The Chancellor needs to seriously consider tax exemptions or holidays for National Insurance to encourage and maintain employment if the UK is to get out of recession, said leading tax and advisory firm Blick Rothenberg.
Nimesh Shah, CEO at the firm said: ‘The UK is in deep recession, green shoots are appearing but are the worst yet to come? The critical time will be the last quarter of 2020, and there is a lot resting on the impact of the furlough scheme finally closing in October, the important festive trading period for businesses and a realistic chance of successful vaccine becoming available.
‘Many businesses are limping through to Christmas, but it will be a rollercoaster between now and the New Year with so many unpredictable elements in play.’
He added: ‘The Chancellor needs to look at ways to support businesses, to naturally redeploy the workforce and encourage employment. Tax exemptions or holidays for National Insurance is one idea, and access to funding on sensible and realistic terms is vital.
‘More also needs to be done to encourage private investment in businesses, possibly through matched Government funding or extending venture capital reliefs. The Chancellor’s Autumn budget will be the most important in a generation. The economy shrank 20.4% between April and June, after falling 2.2% in the first three months of 2020, meaning that the UK is officially in recession. Crucially, the economy grew 8.7% in June suggesting the recovery is gathering pace.’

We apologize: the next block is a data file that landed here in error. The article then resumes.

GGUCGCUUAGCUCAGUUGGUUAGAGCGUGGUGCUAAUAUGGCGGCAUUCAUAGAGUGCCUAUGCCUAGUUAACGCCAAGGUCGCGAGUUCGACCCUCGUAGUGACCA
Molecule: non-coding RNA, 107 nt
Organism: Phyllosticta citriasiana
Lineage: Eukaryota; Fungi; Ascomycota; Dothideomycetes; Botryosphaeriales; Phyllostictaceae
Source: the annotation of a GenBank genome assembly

Nimesh added: ‘But the data is backwards-looking and doesn’t completely present today’s position as the situation moves quickly with unpredictable twists. The recent indicators are suggesting a reasonably strong economic recovery. The Bank of England said last week that it expects the downturn to be less severe than it originally estimated
‘In July, British businesses reported that shoppers had pushed spending back to pre-lockdown levels. This isn’t an ordinary recession – the sentiment among consumers and businesses has remained strong following increased activity following the easing of lockdown. However, the sentiment seems to be largely propped up by the continuing Government schemes, in particularly the furlough scheme, which has now started its first steps to being phased out.
More recently, the Chancellor’s ‘Eat Out To Help Out’ programme has given renewed enthusiasm for restaurants, cafes and the local high street but this only lasts for the month of August and the recent good weather has also helped with encouraging people to spend. We shouldn’t forget the stamp duty land tax holiday on purchases up to £500,000 has led to a boost in activity in property transactions, and all the associated activity related to moving home (e.g. lawyers, property agents, removals, repairs, furniture, etc.) but this will expire at the end of March 2021.’
Nimesh noted: ‘There have been a number of recent reports of job cuts, in the retail and leisure and hospitality sectors in particular, and it’s important that the Government does everything it can to limit unemployment. There have been calls to extend to the furlough scheme beyond October, and possibly only for certain sectors, but the Chancellor has been clear that the scheme must end (after two extensions) and there is an ever-increasing cost to the treasury.
‘Today’s figures naturally present a worrying situation, despite the economic recovery being well underway; the Chancellor must not lose of sight of ensuring the right support for businesses to encourage employment beyond the current schemes, otherwise, it could be a very bleak winter ahead.’
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